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Categories : advocacy, funding, libraries, web 2.0
Technically, libraries aren’t nonprofits…we’re usually government agencies, but we have a lot in common with nonprofits, too. I haven’t spent much time looking into the advocacy offerings of the nonprofit folks because I’ve had my hands full just trying to catch up with the librarians!
But for my grant, I needed to evaluate the tools that were already out there, and I couldn’t find much in the way of Web 2.0 for library advocacy (which is good, since that’s what I’m trying to get a grant for!*) so I plugged “nonprofit” in my search box and lo and behold, I hit the motherlode! I shouldn’t be too surprised… nonprofits traditionally have even less funding than libraries, so they’ve been quicker to adopt new ways of garnering public support.
Here are a few of my favorites from the bunch…
- Nonprofit Technology Network – their Web 2.0 category has some great stuff!
- Net ^2 (squared) , remixing the web for social change
- Roots.lab, helping nonprofits leverage the social web… they have a great rundown of what the social web can do for nonprofits here
More details about the revised grant forthcoming… I just finished the draft for my class this evening.
* Please let me know if you’ve found anything out there that deals with social networking/social media for libraries in any kind of detail. I couldn’t find anything, but maybe one of you has run across something?
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Categories : libraries, web 2.0
TechCrunch embedded a video by Davide Casaleggio about the rise of the “prosumer” – the producer and consumer that participates in Web 2.0 – and it’s incredibly fascinating. He gives a brief history of things which have already happened (copyright struggles, decline of traditional advertising because of TiVo, etc) and then goes on to talk about the future (as if it were history already and he was giving us a lesson).
Go watch the video.
Now tell me…where do libraries fit in?
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Categories : community, libraries, library community, web 2.0
(via TechCrunch) Mahalo is another tailored-result search engine (like ChaCha which I’ve mentioned on this blog before). Today I read that Mahalo is looking for Part Time Guides(PTG) to help build tailored result pages (part of their “Greenhouse” project).
PTG’s are paid $10-15 if Mahalo buys their tailored result page and, in addition to creating a customized results page, Guides can flag links with various Mahalo icons for “Guide’s Choice,” “What is” (items that may be new to the searcher) or even “Warning” flags for sites that might be malicious.
Initially, I jumped on this as a great opportunity for librarians to help web-searchers find excellent results, but I’m not certain that $10-15 is appropriate compensation. Guides are credited with the creation of pages, but perhaps this would be a better project for a library system to undertake. The system could select pages their community might have an interest in, and then turn the pages over to their librarians to create the content. I’m very interested in Mahalo’s wiki-fied approach to web searching.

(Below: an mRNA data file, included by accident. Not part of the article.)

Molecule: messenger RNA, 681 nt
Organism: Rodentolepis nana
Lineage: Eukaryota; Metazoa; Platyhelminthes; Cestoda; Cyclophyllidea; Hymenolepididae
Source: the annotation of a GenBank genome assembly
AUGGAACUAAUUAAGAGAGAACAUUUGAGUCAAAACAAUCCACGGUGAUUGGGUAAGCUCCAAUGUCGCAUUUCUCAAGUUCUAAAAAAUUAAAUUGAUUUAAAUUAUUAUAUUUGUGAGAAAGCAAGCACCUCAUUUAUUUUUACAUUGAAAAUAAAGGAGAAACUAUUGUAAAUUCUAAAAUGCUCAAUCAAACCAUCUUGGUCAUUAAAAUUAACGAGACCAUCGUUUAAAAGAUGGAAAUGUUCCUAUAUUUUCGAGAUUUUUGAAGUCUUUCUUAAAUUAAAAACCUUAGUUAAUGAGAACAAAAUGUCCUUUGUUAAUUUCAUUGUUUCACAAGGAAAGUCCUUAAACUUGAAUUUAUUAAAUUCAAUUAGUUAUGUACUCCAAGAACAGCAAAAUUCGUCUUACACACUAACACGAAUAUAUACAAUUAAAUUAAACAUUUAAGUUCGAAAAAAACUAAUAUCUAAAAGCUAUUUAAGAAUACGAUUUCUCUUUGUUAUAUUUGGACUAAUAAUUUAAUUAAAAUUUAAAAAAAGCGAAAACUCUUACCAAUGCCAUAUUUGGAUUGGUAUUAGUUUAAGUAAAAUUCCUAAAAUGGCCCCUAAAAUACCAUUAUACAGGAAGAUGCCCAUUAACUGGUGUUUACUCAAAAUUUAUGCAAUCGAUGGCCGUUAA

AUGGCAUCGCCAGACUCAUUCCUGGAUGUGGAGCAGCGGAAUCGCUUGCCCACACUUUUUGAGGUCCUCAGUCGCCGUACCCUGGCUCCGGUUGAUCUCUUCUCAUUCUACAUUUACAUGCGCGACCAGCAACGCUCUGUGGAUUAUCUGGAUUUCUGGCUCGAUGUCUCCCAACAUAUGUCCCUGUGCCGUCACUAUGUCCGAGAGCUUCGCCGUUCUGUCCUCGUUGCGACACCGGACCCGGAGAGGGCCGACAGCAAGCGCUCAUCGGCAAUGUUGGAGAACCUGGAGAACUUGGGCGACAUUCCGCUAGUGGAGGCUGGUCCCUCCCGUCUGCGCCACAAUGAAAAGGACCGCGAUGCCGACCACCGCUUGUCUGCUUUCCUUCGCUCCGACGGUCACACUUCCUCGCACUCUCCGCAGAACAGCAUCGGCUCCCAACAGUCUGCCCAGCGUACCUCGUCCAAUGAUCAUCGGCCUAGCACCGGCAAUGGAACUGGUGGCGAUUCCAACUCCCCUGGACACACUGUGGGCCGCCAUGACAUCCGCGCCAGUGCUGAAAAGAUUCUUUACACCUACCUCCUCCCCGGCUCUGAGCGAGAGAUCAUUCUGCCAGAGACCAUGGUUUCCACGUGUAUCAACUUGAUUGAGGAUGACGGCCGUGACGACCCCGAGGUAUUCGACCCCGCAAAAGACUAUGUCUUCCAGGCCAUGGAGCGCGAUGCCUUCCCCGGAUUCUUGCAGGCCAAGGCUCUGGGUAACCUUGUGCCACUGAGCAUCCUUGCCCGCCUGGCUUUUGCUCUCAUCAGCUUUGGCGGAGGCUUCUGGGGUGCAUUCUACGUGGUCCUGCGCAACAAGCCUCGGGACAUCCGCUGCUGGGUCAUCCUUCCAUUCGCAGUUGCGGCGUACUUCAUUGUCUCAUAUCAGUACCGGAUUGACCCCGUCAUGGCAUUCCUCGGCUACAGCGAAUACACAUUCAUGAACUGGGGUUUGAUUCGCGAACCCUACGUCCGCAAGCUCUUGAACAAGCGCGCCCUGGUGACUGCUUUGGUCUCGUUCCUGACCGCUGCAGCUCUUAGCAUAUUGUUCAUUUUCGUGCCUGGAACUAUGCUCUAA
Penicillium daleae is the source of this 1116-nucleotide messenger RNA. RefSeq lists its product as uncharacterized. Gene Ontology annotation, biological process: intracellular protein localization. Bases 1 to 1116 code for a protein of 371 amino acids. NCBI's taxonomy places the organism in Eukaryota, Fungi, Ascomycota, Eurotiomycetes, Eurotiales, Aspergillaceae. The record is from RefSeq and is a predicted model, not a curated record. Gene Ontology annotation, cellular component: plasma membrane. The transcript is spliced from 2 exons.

What do you think? Good idea or bad?
Update: I just read Jason Griffey’s take on Mahalo… and learned for the first time about the Librarian’s Internet Index. I will never cease to be amazed at the number of things I have yet to learn. Hey, anyone know about a Guide to Libraries and the Internet or a Guide to Library Marketing/Library 2.0 that I could pick up somewhere?
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Categories : libraries, library community, marketing, research, web 2.0
Being new to the profession of librarianship, I feel like I need to play catch up with everything that happened before. I want to read about everything my predecessors did to pave the way so I can understand where they’re coming from and learn from mistakes and successes.
As I sift through information, trying to keep up with everything new, and also trying to systematically absorb everything that’s happened in the last 10 years of wired librarianship, I’m constantly daunted by the sheer volume of information I’m contending with. Even with all my tools and systems to keep everything straight, I cannot hope to meaningfully comprehend everything we’ve been doing for the past 10 years. I had to sit down and think about where I was headed with my endless gathering of information when I read The Shifted Librarian this afternoon saying we don’t have to be SuperLibrarians by day and SuperBloggers by night.
I realized I was trying to do too much this weekend when my partner, Don, had to drag me out to spend time in the beautiful sunshine…I realized quite suddenly that I’d become a workaholic. Having a career that I love, that I’m truly interested in learning more about, combined with the saintly feeling I get for working for an essentially nonprofit company as a public servant is a dangerous mix. It’s very easy to get confused about what is “hobby” and what is “work.”
So I’m learning how to take a break. I didn’t open the computer at all this morning and didn’t check email til I got to work! It felt like a big accomplishment. I did accept an invitation to contribute to another blog, Library Angst, this afternoon. But there are two other bloggers there and there isn’t as much pressure to post daily or every-other-day. I think it will be doable.
I just need to remember to close the computer and go outside every once an a while.
Apparently, I’m not the only one. Check out the comments section of the Shifted Librarian’s entry, and these non-library related blogs: